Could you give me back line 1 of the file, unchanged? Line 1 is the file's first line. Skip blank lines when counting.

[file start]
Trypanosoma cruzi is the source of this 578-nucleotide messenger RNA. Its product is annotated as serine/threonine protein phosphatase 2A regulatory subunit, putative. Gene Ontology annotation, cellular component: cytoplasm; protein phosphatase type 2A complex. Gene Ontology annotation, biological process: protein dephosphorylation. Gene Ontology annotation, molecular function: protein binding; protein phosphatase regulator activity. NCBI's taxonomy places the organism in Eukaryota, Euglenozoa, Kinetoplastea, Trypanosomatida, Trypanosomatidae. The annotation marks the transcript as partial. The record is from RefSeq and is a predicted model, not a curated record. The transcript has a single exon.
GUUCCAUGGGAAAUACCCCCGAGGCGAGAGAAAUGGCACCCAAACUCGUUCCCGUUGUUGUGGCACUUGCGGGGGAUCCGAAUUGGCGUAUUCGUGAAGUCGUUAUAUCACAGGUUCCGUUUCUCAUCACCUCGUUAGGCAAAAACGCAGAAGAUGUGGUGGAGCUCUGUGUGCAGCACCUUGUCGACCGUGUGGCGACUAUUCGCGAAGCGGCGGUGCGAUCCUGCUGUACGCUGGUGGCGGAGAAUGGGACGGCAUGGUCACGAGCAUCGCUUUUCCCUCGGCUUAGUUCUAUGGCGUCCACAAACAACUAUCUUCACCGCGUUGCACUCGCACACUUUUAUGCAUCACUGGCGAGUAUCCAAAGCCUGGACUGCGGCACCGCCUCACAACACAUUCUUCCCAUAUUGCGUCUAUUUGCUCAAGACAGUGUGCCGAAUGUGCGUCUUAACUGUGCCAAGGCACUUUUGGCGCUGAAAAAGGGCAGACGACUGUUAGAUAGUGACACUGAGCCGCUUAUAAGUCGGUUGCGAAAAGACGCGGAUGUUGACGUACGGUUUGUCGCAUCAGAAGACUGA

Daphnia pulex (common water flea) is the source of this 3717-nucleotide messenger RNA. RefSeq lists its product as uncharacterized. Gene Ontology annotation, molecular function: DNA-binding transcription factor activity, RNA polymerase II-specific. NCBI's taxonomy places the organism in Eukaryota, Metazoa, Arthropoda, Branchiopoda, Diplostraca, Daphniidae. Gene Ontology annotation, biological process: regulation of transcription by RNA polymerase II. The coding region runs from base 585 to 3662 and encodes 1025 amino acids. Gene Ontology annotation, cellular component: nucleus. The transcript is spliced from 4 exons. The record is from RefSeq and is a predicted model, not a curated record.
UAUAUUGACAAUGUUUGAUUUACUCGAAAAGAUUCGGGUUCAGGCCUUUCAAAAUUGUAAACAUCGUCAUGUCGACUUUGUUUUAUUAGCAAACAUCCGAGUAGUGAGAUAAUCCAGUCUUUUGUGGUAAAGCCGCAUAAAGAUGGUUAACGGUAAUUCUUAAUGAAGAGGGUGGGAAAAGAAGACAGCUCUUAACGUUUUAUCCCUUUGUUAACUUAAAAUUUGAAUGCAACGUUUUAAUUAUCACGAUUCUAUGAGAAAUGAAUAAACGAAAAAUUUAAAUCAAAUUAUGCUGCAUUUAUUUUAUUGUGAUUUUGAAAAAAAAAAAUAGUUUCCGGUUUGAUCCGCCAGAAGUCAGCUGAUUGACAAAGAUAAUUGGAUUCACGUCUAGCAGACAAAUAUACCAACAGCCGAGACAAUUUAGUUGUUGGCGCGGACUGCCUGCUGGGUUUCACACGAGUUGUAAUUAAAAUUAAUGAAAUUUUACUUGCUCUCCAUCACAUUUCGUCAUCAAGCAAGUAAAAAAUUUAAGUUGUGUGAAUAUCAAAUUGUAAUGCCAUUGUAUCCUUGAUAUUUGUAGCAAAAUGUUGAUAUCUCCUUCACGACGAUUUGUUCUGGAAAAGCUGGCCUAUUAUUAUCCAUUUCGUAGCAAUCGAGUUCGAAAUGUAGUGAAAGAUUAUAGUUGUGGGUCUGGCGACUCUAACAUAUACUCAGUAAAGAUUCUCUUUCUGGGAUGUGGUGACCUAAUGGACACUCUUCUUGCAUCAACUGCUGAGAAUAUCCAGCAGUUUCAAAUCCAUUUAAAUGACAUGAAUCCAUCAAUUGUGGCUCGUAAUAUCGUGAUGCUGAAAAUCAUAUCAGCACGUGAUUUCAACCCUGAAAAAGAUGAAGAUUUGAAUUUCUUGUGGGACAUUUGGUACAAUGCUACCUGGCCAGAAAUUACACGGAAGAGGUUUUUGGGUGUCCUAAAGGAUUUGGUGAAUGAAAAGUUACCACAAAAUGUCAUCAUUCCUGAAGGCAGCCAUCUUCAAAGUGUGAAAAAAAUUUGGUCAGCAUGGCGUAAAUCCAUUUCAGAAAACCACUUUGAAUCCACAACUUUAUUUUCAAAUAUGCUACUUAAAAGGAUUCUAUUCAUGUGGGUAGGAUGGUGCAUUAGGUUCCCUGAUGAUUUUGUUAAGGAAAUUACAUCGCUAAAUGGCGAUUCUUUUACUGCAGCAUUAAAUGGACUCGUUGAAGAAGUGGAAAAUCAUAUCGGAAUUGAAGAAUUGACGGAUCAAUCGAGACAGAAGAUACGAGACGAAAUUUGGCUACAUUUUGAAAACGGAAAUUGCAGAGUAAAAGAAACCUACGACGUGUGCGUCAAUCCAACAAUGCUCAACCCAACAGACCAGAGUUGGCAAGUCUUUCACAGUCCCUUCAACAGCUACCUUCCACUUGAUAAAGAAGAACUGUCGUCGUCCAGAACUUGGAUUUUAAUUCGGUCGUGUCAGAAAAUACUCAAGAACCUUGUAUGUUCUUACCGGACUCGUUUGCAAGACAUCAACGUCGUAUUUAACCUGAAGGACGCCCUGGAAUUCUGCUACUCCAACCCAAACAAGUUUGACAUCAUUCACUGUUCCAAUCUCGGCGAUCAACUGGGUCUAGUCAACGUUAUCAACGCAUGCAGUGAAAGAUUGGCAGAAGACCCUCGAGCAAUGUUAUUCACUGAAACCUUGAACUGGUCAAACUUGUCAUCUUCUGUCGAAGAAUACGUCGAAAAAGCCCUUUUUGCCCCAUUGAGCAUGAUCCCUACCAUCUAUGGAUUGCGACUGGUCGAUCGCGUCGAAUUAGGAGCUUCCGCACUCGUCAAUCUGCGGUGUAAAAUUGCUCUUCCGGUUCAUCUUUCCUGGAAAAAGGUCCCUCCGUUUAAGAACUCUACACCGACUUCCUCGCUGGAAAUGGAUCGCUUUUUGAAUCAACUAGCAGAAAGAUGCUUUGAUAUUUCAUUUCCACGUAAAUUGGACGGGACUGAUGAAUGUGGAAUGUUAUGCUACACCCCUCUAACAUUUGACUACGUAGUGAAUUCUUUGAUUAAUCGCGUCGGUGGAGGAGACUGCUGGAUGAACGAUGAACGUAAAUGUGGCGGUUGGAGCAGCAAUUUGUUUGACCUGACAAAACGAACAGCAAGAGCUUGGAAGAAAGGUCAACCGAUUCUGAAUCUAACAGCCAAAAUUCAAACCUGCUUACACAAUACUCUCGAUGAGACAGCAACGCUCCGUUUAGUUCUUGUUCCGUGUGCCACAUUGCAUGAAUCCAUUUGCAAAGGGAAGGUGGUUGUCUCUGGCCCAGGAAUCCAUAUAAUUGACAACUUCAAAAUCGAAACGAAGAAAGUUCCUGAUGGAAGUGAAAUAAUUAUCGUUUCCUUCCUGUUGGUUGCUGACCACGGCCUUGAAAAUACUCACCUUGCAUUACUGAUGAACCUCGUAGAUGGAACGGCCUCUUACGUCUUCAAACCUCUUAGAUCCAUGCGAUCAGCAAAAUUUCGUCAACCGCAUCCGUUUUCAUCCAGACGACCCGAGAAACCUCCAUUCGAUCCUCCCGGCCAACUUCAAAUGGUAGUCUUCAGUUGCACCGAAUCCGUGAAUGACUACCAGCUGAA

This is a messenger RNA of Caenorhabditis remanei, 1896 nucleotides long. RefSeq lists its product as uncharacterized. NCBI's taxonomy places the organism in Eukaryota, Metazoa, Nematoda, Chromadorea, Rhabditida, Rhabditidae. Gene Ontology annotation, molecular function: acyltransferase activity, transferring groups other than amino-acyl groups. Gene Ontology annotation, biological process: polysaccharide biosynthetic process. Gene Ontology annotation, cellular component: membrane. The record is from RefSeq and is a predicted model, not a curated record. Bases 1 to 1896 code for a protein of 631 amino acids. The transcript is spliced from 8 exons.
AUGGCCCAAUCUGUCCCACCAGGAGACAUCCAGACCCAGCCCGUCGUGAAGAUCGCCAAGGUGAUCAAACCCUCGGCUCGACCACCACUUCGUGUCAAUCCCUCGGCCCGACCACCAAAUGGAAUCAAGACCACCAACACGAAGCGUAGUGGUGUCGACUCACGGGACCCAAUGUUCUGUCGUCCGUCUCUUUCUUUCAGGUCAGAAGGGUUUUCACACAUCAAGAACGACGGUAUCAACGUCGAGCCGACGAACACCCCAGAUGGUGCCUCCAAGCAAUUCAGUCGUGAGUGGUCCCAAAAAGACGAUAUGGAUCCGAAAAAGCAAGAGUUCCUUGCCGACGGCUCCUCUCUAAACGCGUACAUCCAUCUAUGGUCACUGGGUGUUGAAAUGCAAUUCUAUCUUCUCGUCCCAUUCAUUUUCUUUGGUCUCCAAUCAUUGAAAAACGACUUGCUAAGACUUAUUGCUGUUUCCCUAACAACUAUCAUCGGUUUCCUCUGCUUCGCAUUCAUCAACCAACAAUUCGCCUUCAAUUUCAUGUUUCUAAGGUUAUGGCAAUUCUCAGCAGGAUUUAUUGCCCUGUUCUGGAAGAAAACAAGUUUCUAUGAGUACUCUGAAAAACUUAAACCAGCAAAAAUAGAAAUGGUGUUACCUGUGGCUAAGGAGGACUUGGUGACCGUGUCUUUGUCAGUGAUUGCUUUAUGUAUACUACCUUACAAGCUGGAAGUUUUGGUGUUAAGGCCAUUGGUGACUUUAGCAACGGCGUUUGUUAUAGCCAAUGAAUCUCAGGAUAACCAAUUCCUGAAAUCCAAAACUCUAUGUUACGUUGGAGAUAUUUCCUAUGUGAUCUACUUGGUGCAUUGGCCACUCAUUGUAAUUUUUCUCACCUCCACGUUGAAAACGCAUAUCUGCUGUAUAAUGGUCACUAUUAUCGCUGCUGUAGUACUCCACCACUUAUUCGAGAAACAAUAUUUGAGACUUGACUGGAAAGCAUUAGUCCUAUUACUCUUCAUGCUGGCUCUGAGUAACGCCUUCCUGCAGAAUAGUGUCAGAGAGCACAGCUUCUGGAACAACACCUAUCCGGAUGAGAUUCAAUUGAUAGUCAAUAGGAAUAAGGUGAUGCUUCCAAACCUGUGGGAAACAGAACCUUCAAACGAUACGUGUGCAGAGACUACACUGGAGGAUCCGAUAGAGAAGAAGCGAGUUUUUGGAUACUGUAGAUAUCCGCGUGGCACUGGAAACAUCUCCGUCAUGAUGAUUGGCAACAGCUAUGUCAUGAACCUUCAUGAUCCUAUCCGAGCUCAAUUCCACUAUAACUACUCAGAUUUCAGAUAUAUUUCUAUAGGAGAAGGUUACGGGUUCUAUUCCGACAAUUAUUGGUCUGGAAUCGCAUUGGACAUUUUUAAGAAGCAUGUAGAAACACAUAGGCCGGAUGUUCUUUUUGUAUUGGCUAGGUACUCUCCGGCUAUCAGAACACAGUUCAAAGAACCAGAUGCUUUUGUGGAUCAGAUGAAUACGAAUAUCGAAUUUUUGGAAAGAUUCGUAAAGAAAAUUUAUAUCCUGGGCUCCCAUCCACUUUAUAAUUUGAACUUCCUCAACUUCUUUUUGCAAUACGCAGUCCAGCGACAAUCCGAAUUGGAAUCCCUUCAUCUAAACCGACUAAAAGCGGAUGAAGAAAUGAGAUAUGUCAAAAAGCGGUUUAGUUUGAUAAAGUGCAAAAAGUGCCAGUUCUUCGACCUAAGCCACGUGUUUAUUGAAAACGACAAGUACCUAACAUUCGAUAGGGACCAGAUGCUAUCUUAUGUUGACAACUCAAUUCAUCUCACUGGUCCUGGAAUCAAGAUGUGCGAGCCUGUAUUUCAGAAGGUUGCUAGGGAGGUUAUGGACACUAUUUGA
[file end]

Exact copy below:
Trypanosoma cruzi is the source of this 578-nucleotide messenger RNA. Its product is annotated as serine/threonine protein phosphatase 2A regulatory subunit, putative. Gene Ontology annotation, cellular component: cytoplasm; protein phosphatase type 2A complex. Gene Ontology annotation, biological process: protein dephosphorylation. Gene Ontology annotation, molecular function: protein binding; protein phosphatase regulator activity. NCBI's taxonomy places the organism in Eukaryota, Euglenozoa, Kinetoplastea, Trypanosomatida, Trypanosomatidae. The annotation marks the transcript as partial. The record is from RefSeq and is a predicted model, not a curated record. The transcript has a single exon.